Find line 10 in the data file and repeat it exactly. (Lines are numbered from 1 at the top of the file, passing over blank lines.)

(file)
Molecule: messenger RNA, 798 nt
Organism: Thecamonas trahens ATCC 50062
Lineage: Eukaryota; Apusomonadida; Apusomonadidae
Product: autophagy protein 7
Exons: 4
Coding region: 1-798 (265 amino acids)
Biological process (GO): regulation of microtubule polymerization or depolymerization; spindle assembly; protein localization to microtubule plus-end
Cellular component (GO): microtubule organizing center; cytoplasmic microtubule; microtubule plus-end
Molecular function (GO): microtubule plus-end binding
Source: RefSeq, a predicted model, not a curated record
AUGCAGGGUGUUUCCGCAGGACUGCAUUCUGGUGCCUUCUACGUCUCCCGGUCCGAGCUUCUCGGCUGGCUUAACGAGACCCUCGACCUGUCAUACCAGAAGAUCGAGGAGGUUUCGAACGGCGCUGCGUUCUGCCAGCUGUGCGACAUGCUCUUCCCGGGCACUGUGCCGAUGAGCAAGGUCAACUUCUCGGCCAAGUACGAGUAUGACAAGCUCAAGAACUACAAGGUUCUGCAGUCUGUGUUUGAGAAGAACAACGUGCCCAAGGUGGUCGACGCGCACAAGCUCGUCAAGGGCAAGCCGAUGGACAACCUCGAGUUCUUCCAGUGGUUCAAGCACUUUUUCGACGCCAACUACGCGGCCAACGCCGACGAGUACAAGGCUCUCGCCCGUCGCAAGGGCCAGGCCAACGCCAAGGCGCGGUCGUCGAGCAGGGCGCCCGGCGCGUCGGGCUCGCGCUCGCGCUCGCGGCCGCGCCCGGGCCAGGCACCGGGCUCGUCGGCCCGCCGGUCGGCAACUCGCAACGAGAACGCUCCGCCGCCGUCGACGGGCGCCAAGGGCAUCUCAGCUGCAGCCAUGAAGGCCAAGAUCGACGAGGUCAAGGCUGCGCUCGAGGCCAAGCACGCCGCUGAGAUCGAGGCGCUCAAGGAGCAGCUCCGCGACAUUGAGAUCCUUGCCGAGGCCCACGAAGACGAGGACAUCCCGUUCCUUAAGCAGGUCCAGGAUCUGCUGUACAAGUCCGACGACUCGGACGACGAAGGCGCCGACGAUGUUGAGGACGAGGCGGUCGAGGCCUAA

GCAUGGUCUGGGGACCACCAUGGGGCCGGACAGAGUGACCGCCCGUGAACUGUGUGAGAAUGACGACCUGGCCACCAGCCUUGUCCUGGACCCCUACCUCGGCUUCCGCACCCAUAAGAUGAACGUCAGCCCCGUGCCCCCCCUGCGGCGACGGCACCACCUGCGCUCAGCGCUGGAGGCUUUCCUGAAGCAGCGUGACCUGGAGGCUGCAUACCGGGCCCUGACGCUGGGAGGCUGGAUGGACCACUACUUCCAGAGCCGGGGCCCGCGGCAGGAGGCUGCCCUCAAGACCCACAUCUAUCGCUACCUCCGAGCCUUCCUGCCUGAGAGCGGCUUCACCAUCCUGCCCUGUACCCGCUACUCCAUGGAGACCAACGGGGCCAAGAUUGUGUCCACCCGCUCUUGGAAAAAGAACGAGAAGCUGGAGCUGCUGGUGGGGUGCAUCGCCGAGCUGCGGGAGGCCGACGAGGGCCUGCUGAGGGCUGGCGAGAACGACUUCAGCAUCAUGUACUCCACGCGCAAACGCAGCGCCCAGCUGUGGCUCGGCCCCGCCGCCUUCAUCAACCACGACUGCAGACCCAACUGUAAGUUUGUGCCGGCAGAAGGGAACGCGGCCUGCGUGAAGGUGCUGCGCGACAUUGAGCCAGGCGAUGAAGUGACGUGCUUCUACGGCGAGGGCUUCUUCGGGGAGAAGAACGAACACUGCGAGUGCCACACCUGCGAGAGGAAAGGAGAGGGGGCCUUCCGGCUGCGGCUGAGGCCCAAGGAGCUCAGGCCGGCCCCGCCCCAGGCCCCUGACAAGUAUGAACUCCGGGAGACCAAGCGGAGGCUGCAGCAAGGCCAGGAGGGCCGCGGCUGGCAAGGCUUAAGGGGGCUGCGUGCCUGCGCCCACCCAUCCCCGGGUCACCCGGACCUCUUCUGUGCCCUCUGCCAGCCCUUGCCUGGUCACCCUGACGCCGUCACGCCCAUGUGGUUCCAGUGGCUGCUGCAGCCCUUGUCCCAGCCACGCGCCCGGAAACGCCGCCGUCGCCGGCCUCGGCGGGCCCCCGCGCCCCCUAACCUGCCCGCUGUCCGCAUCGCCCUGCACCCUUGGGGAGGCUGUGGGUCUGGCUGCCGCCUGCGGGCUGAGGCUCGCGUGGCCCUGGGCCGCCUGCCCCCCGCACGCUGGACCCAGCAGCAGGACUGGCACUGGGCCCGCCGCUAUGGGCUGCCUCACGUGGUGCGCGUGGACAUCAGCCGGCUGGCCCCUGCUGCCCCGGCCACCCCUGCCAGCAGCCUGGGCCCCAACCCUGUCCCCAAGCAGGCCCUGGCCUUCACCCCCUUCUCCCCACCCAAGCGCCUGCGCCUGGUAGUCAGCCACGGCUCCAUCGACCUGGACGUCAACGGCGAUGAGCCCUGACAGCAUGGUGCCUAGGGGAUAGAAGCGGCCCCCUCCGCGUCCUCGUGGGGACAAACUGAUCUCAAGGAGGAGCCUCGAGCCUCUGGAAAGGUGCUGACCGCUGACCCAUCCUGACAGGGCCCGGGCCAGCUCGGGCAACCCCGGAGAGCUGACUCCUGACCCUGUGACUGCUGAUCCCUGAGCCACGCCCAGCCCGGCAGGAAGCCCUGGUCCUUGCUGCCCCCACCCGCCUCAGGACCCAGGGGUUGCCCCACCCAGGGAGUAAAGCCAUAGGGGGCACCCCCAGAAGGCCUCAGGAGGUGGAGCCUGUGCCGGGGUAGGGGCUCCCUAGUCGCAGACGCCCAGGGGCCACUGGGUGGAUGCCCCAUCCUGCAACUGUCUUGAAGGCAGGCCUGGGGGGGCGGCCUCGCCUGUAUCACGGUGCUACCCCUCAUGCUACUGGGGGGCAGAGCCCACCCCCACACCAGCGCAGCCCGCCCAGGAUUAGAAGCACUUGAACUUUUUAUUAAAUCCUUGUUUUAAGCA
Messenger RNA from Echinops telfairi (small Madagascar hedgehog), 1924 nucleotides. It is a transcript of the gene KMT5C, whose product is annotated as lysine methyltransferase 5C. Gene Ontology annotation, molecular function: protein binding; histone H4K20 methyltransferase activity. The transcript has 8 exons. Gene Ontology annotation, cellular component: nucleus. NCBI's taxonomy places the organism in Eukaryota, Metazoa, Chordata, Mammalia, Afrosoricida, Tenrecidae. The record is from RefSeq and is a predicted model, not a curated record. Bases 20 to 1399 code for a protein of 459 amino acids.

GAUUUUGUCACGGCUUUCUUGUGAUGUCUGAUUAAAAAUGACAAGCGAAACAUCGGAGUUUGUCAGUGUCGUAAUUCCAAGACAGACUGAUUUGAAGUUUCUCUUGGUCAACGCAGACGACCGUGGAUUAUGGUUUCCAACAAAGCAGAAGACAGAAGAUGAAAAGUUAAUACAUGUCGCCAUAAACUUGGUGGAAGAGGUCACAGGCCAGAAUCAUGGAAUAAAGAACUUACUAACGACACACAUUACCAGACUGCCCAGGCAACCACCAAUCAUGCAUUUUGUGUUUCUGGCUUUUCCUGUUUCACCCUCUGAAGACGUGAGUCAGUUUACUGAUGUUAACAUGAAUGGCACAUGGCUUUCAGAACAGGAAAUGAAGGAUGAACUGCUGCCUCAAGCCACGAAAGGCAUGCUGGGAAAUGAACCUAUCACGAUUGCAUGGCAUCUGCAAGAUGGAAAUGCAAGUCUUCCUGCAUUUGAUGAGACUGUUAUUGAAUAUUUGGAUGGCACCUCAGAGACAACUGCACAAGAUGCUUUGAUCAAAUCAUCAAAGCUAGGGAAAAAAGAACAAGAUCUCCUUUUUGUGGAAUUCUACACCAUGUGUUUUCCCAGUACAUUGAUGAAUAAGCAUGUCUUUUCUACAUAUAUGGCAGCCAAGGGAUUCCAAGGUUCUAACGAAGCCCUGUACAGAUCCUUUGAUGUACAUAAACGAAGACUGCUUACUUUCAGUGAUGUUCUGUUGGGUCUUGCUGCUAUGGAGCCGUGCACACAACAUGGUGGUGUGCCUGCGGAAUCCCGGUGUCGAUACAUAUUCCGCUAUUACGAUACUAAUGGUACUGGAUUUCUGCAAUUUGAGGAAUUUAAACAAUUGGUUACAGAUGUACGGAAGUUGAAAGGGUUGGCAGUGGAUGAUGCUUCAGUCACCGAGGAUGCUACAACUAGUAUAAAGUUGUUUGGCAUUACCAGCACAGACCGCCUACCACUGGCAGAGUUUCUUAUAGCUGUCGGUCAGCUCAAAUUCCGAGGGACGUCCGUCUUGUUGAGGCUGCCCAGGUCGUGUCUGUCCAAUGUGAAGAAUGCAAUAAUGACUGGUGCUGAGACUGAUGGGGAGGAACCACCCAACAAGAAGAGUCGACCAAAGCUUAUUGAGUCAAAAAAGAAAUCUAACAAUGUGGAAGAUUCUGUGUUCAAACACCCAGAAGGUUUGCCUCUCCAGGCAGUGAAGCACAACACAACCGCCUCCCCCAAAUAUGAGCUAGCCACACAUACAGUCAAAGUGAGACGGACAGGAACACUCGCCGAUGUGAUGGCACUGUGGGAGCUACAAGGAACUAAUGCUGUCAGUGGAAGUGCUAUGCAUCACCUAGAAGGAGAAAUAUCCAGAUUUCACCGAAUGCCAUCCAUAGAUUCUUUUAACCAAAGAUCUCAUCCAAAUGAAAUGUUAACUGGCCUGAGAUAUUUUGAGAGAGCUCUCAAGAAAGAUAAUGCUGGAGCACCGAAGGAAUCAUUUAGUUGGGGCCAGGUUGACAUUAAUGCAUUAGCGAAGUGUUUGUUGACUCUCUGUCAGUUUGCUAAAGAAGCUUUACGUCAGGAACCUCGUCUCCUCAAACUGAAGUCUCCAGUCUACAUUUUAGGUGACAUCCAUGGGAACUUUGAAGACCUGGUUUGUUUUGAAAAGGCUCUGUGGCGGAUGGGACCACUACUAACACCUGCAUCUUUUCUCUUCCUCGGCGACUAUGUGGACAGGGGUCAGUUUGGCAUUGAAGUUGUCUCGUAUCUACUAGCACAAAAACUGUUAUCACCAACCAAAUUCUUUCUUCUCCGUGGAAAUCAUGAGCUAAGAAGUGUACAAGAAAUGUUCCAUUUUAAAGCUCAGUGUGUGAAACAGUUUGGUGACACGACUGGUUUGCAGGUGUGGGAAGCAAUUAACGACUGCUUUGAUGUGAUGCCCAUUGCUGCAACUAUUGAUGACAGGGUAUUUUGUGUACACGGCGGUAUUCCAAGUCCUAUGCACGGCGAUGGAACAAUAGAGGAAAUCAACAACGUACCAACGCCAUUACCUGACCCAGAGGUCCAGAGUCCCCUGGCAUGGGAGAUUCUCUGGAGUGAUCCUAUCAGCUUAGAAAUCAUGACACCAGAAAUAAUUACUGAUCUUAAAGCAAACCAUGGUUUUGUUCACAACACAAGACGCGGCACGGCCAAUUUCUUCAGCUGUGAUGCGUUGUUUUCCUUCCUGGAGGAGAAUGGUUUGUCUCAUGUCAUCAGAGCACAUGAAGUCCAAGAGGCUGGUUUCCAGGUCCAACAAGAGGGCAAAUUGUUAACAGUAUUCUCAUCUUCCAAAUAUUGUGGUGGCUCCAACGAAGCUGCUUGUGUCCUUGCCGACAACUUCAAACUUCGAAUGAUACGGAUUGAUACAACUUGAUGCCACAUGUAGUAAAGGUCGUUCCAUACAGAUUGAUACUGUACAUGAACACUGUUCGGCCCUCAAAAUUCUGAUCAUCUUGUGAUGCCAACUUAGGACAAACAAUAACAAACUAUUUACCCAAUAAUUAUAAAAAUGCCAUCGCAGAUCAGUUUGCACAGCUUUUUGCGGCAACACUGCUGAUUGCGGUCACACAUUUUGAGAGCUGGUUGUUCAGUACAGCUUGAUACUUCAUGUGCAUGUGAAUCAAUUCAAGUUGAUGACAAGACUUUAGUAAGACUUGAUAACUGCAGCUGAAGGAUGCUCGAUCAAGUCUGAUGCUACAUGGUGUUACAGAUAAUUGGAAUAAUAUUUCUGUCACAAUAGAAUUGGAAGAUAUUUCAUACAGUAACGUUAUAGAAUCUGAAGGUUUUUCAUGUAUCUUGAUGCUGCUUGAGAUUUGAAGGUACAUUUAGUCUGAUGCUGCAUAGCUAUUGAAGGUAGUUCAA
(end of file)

Source: RefSeq, a predicted model, not a curated record